France’s Florent Manaudou (52.16), Great Britain’s Liam Tancock (54.12), Israel’s Gal Nevo (54.22), Uzbekistan’s Aleksey Derlyugov (54.44) and Hong Kong’s Geoffrey Cheah (54.78) completed the championship field.
Women’s 200 back
Ukraine’s Daryna Zevina has been strong in the distance dorsal on the World Cup circuit thus far. She nearly bested her top-ranked 2:00.81 from the Berlin stop with a 2:01.17 this evening for yet another gold medal so far.
Japan’s Sayaka Akase touched second in 2:02.74 to collect another second-place paycheck, while Hungary’s Katinka Hosszu earned her fifth podium check of the night with a third-place 2:05.17.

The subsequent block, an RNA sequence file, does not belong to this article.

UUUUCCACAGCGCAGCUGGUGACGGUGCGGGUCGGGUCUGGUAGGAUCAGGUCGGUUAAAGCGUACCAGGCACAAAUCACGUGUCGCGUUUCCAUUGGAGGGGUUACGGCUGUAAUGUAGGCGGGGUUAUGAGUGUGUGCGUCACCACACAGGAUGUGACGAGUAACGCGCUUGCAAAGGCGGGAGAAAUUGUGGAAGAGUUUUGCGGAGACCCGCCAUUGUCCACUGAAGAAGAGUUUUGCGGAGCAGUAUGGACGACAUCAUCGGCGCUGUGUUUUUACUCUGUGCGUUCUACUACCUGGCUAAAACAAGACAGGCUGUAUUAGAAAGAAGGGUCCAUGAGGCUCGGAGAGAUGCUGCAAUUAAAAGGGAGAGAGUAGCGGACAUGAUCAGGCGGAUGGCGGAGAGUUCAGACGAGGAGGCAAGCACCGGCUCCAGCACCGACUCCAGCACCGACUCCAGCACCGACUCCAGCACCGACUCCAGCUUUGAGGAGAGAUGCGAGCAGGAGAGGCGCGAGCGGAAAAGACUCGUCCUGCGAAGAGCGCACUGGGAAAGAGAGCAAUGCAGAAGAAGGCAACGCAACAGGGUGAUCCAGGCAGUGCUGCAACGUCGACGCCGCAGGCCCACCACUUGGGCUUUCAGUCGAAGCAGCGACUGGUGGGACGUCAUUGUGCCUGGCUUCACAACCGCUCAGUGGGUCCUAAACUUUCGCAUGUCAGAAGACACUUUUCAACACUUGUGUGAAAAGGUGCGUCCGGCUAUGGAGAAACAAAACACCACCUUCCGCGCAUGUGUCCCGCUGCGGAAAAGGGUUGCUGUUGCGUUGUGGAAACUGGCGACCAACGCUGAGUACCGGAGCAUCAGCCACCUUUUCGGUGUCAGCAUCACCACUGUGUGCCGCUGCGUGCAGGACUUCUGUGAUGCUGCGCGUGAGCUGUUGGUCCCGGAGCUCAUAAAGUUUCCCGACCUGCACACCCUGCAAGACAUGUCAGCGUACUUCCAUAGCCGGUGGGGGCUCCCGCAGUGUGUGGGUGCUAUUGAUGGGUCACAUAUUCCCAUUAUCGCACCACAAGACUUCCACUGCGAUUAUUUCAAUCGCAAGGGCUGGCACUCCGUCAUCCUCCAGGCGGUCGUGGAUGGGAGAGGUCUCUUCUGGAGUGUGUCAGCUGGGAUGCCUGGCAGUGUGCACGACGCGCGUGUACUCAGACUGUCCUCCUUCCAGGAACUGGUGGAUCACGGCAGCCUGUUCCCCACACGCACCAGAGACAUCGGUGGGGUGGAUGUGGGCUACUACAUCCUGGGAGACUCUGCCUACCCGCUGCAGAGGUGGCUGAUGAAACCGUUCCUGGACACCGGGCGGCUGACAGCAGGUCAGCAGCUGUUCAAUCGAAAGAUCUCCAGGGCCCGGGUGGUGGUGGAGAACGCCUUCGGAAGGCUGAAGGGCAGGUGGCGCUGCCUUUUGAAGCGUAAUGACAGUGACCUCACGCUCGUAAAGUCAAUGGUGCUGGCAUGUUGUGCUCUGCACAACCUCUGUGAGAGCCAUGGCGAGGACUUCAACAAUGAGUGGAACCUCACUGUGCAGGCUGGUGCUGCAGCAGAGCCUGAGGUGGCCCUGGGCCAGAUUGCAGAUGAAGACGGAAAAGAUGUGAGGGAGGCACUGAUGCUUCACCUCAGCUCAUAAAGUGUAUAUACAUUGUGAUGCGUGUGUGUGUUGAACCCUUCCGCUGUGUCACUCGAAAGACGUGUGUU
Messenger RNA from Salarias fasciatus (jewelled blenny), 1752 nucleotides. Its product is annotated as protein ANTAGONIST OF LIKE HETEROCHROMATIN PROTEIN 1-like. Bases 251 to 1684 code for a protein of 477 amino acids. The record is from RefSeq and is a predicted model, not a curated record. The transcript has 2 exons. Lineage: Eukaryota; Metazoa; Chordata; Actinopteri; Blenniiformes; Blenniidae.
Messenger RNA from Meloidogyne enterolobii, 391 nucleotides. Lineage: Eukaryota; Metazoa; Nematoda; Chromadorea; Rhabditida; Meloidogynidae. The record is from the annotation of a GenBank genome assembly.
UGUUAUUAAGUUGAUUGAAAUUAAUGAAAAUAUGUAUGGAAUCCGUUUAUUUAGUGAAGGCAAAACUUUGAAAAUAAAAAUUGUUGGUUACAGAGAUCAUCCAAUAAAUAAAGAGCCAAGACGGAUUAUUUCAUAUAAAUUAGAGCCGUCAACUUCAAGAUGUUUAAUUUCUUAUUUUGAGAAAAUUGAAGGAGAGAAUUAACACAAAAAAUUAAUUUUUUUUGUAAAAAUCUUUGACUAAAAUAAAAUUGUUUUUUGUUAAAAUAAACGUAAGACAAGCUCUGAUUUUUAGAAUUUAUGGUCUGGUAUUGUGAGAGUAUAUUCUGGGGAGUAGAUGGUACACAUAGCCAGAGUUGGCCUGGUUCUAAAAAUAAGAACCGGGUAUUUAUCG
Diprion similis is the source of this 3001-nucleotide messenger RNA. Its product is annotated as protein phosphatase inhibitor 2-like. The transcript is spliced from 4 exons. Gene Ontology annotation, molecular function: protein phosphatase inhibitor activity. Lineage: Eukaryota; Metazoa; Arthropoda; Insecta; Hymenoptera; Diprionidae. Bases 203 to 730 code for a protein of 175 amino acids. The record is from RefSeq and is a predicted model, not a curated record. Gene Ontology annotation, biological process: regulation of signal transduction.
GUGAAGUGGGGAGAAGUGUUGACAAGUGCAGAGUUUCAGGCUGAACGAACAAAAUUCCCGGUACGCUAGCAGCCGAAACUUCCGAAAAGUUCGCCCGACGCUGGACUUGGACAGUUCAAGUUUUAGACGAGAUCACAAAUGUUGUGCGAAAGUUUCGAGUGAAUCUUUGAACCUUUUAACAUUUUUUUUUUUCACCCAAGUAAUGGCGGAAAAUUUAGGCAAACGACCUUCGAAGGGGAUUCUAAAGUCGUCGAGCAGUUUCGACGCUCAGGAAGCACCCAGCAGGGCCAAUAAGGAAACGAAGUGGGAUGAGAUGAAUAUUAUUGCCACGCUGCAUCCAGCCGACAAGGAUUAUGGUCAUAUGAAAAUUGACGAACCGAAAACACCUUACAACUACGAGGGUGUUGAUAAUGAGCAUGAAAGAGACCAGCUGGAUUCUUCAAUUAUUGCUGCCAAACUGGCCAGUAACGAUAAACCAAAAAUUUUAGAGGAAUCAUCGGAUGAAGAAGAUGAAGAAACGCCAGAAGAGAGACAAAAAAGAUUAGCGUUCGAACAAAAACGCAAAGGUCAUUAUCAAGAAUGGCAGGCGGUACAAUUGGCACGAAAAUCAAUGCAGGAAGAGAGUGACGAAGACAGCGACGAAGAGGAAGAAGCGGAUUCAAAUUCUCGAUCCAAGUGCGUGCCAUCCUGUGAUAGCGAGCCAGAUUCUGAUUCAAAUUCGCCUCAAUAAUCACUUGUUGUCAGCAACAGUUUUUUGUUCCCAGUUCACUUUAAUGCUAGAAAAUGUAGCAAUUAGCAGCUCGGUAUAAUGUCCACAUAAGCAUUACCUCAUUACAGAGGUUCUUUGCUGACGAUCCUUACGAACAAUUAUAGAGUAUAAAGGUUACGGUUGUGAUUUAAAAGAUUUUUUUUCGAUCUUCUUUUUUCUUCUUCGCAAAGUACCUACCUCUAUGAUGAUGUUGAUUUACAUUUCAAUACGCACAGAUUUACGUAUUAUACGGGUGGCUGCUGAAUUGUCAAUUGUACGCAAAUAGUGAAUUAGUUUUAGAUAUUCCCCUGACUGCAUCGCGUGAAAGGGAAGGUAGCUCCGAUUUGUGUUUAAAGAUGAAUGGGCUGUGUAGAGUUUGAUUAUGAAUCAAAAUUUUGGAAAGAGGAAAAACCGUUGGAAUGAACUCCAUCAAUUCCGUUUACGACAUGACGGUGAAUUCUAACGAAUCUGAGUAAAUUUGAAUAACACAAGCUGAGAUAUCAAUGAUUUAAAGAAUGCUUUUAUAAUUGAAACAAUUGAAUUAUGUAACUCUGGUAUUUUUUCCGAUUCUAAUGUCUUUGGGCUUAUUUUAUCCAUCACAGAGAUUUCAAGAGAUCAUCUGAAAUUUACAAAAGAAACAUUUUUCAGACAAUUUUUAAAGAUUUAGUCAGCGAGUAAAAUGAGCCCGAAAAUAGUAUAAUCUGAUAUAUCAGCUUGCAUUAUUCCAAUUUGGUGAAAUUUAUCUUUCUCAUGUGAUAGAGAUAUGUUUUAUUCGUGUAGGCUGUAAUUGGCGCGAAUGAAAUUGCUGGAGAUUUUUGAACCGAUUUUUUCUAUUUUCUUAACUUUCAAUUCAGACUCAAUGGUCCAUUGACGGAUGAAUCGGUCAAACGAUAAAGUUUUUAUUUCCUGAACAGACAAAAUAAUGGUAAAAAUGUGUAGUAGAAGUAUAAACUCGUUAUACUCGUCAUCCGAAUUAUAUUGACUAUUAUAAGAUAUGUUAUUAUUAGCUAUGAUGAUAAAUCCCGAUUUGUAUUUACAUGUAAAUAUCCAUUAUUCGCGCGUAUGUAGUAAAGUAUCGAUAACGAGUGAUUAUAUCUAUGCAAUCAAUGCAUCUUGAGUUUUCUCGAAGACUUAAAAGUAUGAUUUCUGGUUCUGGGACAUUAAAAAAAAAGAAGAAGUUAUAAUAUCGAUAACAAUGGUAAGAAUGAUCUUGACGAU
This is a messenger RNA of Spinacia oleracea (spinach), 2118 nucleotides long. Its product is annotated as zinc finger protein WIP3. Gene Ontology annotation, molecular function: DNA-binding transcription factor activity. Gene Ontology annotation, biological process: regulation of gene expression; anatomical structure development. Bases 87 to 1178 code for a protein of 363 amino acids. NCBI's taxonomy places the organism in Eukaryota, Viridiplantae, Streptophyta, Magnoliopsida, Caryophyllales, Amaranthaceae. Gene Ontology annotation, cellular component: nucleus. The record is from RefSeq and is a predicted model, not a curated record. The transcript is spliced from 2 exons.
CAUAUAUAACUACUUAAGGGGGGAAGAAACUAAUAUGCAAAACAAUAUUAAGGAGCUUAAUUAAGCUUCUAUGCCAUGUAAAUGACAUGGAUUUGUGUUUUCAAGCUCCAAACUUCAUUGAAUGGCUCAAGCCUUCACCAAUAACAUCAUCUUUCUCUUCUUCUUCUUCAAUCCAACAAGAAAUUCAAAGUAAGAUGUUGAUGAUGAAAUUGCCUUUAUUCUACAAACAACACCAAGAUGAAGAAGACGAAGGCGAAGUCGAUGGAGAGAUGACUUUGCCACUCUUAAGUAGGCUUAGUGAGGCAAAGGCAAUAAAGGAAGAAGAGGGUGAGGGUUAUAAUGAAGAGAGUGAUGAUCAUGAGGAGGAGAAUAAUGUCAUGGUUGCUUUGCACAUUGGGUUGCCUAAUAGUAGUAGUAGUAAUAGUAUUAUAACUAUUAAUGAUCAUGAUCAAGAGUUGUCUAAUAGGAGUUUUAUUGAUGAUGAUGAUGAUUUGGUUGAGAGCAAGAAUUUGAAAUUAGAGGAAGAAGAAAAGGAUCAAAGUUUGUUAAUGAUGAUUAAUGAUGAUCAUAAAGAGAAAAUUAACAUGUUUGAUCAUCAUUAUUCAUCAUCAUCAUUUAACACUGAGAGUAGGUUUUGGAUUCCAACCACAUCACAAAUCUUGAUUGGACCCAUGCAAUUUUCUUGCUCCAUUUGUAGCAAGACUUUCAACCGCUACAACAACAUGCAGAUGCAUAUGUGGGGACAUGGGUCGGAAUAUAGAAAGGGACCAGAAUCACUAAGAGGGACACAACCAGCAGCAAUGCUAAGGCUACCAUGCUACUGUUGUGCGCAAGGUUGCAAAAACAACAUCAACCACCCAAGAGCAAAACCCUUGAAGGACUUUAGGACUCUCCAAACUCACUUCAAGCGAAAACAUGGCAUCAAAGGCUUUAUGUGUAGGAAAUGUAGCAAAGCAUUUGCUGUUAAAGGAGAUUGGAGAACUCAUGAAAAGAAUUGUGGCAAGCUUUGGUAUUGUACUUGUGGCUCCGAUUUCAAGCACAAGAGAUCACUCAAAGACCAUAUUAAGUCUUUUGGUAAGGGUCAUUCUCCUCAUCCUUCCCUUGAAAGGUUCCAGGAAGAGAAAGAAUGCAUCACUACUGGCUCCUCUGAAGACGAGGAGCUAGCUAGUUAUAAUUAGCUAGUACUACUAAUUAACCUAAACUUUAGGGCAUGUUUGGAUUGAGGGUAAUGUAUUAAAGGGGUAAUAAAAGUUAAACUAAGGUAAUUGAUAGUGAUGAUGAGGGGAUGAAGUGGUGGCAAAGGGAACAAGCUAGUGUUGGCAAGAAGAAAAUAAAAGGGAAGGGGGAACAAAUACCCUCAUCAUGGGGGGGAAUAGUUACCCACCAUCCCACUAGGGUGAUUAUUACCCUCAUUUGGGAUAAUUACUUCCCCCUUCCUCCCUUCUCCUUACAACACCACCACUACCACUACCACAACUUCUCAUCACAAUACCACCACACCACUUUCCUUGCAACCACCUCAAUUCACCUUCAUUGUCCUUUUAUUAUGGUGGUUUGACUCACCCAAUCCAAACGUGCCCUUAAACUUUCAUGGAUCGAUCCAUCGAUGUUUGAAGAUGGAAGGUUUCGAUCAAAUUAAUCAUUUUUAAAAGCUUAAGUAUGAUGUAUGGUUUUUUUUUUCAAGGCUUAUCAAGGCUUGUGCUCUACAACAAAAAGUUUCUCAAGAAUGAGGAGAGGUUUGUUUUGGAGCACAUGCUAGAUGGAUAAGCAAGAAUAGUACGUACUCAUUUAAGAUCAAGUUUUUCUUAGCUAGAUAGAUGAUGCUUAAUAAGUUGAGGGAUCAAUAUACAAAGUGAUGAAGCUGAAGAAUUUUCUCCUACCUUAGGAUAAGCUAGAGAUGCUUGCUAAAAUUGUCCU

Australia’s Belinda Hocking and Emily Seebohm had a fun tie for fourth with matching 2:06.19s, while Spain’s Melani Costa (2:0752), Japan’s Miyu Otsuka (2:10.95) and Austria’s Joerdis Steinegger (2:12.45) also competed in the finale.
Men’s 50 fly
South Africa’s Roland Schoeman, the evergreen sprinter who just keeps getting better with age, is making the 50 breast/50 fly sprint double routine on the World Cup circuit. After doing it in Dubai, he picked up the double again tonight with a 22.30 in the sprint fly. That’s a bit off his top-ranked 22.05 from the Berlin stop in the event.
Compatriot Chad le Clos raced to second in 22.41, while France’s Jeremy Stravius earned third-place honors in 22.58. USA’s Tom Shields missed the podium with a fourth-place time of 22.92.